Displaying the first of 11 old photos of Waterlooville. View all Waterlooville photos
Historic maps of Waterlooville and the local area, hand-drawn by Ordnance Survey and Samuel Lewis. View all Waterlooville maps
Waterlooville area books
Displaying 1 of 24 books about Waterlooville and the local area. View all books for this area
Memories of Waterlooville
Long Time Ago
The double fronted building in the photo was the Queens Hotel. The building to its left is the Wellington pub, the Heroes stood on the corner of Hambledon Rd, and was moved the old doctors surgrery (Dr Cooper) oppisite Hulbert Rd. Went to Waterlooville Primary School and for a short while to what was known as the Tin Hut, and then to Cowplain.
The Passing of Trixie Olding.
Mabel (Trixie) Olding passed away on the 14th January 2012 at Two Beeches Nursing Home Wallis Road, Waterlooville at nearly 96 years of age. Prior to her being admitted to Two Beeches NH, Trixie lived for many years at Beechwood Avenue and Broadlands Avenue and in later years Homewater House, Hulbert Road. Trixie was probably one of the oldest remaining residents of Waterlooville with family connections to Waterlooville going back over 200 years. Trixie worked for Bishop's for many many years and during the War she worked for Wadhams in the finishing department making Spitfire tailplanes! She was a life-long member of the RAFA and British Legion associations and if anyone still remembers her a funeral service will be held at St. George's church at 11am Friday 10th February.
Ferndale And Cowplain
My wife and I had a new house built in Ferndale just off the Hulbert Road in 1959. Detached semi bungalow with three bedrooms and a garden backing on to Inhurst Woods and all for £3500. My goodness, how different for the younger generation today. I only needed £175 deposit for the mortgage. I worked for Wadhams who were the biggest employer in the area for a modest salary with the BMC car dealership and the coachworks specialising in ambulances. I would love to hear from anyone who worked for Wadhams between 1959 and 1964, or who lived in Ferndale Both our sons were born there and my memsahib of 53 years and I have great memories of the village. I lived there before marriage and lodged with Ernie and Sheila Saville in Morley Crescent Cowplain, and spent most of my hard earned money in the Cowplain Sports and Social Club.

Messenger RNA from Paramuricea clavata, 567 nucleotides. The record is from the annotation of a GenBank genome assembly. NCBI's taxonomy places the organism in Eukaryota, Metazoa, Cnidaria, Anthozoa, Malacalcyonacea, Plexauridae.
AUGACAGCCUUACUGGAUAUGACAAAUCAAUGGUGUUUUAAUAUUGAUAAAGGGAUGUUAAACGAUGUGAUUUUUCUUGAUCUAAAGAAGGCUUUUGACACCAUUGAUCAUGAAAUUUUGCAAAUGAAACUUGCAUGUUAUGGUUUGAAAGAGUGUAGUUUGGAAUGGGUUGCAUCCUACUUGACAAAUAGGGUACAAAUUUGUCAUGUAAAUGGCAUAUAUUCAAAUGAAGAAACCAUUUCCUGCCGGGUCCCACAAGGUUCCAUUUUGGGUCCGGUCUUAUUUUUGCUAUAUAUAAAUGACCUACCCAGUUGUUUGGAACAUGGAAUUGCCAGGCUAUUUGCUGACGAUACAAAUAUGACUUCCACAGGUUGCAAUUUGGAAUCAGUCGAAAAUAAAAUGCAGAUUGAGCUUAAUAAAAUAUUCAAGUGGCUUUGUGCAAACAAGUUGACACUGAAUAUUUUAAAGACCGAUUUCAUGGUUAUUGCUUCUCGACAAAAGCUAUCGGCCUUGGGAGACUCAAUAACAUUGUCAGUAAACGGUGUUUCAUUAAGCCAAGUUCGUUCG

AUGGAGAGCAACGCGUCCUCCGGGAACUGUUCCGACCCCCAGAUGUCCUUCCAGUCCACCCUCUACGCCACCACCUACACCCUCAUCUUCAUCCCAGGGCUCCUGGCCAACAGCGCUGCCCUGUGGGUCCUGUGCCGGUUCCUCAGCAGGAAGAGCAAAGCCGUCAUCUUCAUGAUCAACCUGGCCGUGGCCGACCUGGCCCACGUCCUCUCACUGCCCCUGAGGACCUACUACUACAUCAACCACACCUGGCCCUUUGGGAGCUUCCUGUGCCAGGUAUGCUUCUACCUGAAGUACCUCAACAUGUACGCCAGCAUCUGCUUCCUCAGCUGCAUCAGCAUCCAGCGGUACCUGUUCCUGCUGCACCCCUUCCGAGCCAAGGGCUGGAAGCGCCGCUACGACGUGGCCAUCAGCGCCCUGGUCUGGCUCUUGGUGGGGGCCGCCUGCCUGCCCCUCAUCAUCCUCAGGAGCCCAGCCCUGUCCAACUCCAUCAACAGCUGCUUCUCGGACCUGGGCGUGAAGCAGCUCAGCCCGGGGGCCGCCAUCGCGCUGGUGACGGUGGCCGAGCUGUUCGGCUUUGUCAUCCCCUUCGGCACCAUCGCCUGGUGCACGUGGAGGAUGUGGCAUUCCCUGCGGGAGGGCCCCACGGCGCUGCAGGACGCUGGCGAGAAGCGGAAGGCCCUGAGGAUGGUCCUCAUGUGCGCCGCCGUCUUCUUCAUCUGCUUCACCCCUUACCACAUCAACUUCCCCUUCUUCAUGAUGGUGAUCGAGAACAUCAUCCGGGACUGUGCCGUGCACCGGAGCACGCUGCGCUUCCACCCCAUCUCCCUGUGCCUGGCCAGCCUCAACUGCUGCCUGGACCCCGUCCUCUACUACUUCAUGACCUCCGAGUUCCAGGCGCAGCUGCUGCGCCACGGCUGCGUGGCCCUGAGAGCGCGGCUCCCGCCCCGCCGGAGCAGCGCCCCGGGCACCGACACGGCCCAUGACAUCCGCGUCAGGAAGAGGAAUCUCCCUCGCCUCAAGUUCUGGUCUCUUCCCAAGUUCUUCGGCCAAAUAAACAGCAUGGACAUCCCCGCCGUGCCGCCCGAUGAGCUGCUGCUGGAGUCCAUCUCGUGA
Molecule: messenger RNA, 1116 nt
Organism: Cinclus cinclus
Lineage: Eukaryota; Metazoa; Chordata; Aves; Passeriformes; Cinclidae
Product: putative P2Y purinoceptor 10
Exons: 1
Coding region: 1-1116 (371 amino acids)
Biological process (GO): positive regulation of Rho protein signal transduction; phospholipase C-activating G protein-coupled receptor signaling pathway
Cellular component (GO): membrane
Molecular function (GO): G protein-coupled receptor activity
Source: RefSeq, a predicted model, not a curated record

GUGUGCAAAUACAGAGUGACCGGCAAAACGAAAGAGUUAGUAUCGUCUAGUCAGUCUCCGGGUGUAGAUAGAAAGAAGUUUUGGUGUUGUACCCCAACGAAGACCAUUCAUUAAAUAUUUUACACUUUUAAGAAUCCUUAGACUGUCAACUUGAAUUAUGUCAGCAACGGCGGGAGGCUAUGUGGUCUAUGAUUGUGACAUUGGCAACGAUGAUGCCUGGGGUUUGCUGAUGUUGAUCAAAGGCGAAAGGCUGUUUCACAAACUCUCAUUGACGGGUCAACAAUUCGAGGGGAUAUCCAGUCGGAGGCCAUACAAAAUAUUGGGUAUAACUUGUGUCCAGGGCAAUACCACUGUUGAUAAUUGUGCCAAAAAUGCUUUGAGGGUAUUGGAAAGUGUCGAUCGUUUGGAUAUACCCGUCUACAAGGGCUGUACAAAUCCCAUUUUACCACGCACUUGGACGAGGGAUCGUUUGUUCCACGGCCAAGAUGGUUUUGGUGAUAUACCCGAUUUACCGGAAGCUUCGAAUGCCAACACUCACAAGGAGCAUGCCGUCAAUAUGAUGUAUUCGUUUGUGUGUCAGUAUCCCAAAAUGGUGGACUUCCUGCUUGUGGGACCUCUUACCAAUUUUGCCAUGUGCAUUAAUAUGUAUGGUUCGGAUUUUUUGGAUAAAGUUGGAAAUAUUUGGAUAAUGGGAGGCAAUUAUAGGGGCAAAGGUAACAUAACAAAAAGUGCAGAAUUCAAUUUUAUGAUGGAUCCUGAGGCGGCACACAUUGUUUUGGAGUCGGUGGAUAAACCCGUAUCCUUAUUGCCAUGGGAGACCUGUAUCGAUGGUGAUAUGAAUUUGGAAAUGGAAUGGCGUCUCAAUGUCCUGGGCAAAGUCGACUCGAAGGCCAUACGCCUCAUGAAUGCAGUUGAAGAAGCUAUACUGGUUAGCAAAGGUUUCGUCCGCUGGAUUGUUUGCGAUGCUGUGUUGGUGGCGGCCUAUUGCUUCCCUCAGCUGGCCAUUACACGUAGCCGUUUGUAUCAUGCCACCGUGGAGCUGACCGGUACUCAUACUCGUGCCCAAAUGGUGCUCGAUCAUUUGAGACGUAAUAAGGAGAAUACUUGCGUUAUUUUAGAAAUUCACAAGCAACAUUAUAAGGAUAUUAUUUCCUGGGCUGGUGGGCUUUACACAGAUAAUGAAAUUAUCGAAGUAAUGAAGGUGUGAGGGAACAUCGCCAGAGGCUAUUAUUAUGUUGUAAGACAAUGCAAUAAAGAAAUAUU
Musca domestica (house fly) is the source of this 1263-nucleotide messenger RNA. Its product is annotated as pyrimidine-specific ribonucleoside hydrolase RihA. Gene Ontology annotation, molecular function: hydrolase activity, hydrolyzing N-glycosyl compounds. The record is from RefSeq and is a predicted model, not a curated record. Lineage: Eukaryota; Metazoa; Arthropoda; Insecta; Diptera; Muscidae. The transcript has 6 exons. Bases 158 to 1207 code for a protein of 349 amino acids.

My Early Years
I was born 1942 in a wool shop at 300 London Rpad, grew up in Stakes Wood, granny tree, blue bell woods etc. Idylllic childhood . I went to Stakes Hill Rpad primary school 1947 to 1953, Mrs Nelson my teacher. Elsie Patterson Pat and Christine Moat, Alan Barnet, Ernest Bow, Dave Fuller were some of my class mates. South Africa Lodge orphanage in Stakes Rpad. Couple of bomb craters. We used to fish in further along Stakes Road. Sweet shop corner of Stakes Road. Used to herd cows with Stuart Smith over cross roads. These are just a of my memories of Waterlooville at its best. Nigel Butlin
McLarens of Waterlooville
My great uncle Bob (Robert McLaren) had a corn-chandler's shop in London Road. Great grandfather Donald McLaren (Bob's brother) was Head Gardener at The Grange, Havant, where he lived with my grandmother Violet Pearl and the rest of his family. I can remember visiting Uncle Bob at his shop and staying with great auntie Viola in Stakes Road. I'm now 70! I would love to hear from anyone who has memories of those days, the late 1940s.
Grace And Bernard Larking
I am trying to find out exactly where in Denmead my great uncle and aunt lived from the forties to the seventies. The wooden bungalow was called Forest View and had a very large garden. They kept bees and every year when the honey had been bottled they had a party always referrd to " the bee do". Does anyone remember them?
The building with a clock tower on the right was the old Baptist church. It was knocked down in the early 1960s in order to widen the road (which was of course the main Portsmouth to London road in those days) and was replaced by the modern baptist church about half a mile further north along London Road (between Avondale Road and Billet Ave).
This is the original Heroes pub (double-fronted building on left of photo), named after the soldiers returning from the battle of Waterloo who set up camp at Waterloo having marched from Portsmouth docks on their way to London. It was near the junction with Hambledon Road and this photo is looking north. When the pub was knocked down, its replacement was build about 300 yards further north. Must have been round about 1960?